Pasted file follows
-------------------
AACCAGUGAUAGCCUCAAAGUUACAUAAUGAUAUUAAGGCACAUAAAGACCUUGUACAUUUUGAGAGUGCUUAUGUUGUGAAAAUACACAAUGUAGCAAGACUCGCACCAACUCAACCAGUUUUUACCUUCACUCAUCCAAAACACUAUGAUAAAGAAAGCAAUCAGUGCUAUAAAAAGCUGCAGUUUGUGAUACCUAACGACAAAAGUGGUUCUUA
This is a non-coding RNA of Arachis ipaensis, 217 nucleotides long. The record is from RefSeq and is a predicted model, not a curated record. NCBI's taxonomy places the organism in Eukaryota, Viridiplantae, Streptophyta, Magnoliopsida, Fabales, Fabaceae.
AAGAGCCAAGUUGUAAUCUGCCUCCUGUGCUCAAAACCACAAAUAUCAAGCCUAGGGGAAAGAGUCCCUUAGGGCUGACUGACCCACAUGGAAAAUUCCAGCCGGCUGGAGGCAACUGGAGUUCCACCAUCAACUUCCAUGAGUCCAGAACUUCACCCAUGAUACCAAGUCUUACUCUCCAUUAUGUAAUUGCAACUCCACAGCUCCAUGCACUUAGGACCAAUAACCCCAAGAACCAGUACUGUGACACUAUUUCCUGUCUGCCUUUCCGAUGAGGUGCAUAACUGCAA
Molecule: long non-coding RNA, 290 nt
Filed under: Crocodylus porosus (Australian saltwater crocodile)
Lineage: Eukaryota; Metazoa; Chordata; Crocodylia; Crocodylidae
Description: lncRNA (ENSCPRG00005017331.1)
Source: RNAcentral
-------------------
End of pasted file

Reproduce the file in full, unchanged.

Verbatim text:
AACCAGUGAUAGCCUCAAAGUUACAUAAUGAUAUUAAGGCACAUAAAGACCUUGUACAUUUUGAGAGUGCUUAUGUUGUGAAAAUACACAAUGUAGCAAGACUCGCACCAACUCAACCAGUUUUUACCUUCACUCAUCCAAAACACUAUGAUAAAGAAAGCAAUCAGUGCUAUAAAAAGCUGCAGUUUGUGAUACCUAACGACAAAAGUGGUUCUUA
This is a non-coding RNA of Arachis ipaensis, 217 nucleotides long. The record is from RefSeq and is a predicted model, not a curated record. NCBI's taxonomy places the organism in Eukaryota, Viridiplantae, Streptophyta, Magnoliopsida, Fabales, Fabaceae.
AAGAGCCAAGUUGUAAUCUGCCUCCUGUGCUCAAAACCACAAAUAUCAAGCCUAGGGGAAAGAGUCCCUUAGGGCUGACUGACCCACAUGGAAAAUUCCAGCCGGCUGGAGGCAACUGGAGUUCCACCAUCAACUUCCAUGAGUCCAGAACUUCACCCAUGAUACCAAGUCUUACUCUCCAUUAUGUAAUUGCAACUCCACAGCUCCAUGCACUUAGGACCAAUAACCCCAAGAACCAGUACUGUGACACUAUUUCCUGUCUGCCUUUCCGAUGAGGUGCAUAACUGCAA
Molecule: long non-coding RNA, 290 nt
Filed under: Crocodylus porosus (Australian saltwater crocodile)
Lineage: Eukaryota; Metazoa; Chordata; Crocodylia; Crocodylidae
Description: lncRNA (ENSCPRG00005017331.1)
Source: RNAcentral